Simulations suggest importance of X-rays in cosmic reionisation
In their 2009 paper in MNRAS, CAASTRO Associate Investigator Chris Power and his European colleagues started exploring the way in which high-mass X-ray binaries in primordial globular clusters could boost the ionising power of these clusters. The team now has a new publication (in The Astrophysical Journal) that examines the role high-mass X-ray binary systems could play in ionising the neutral gas that dominated the early Universe.
The 2009 simulation was extended to a Monte Carlo model that assumes both black-body and power-law components. The model starts with a stellar population from a single instantaneous burst of star formation and evolves over 250 million years, during which time massive stars form and turn into high-mass X-ray binaries. All limits of stellar mass and formation rates were based on recent published data. The results of the simulations show that high-mass X-ray binaries dominate the ionising power after 20 million years and continue to peak up to 40 million years, after which no more massive stars exist to form such systems and the ionising power declines sharply. In contrast to the massive stars, the binaries are much longer lasting ionising sources, up to 100 million years.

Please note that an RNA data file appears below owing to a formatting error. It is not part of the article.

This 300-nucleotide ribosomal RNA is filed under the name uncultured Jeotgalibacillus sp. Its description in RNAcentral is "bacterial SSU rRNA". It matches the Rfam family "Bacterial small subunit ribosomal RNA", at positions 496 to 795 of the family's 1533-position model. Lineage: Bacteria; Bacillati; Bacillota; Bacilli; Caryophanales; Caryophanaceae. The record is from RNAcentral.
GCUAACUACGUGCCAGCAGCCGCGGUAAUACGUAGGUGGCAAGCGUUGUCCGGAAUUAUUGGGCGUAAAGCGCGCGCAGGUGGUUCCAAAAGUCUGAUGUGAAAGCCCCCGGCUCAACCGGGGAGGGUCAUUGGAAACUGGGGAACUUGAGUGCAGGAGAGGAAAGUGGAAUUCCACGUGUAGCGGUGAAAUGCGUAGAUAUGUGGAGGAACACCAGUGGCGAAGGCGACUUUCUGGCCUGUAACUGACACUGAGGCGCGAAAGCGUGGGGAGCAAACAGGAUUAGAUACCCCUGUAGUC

The calculation of how much high-mass X-ray binaries contribute to the present-day X-ray background critically depends on the underlying star formation rate. The model used here determined a contribution of 5 x 10-16 erg s-1 cm-2 deg-2 which is factor 100-1000 smaller than the observed limit. The team has announced a follow-up paper that will further discuss the factors giving rise to this discrepancy.
Chris Power, Gillian F. James, Celine Combet, Graham Wynn in ApJ, 28 January 2013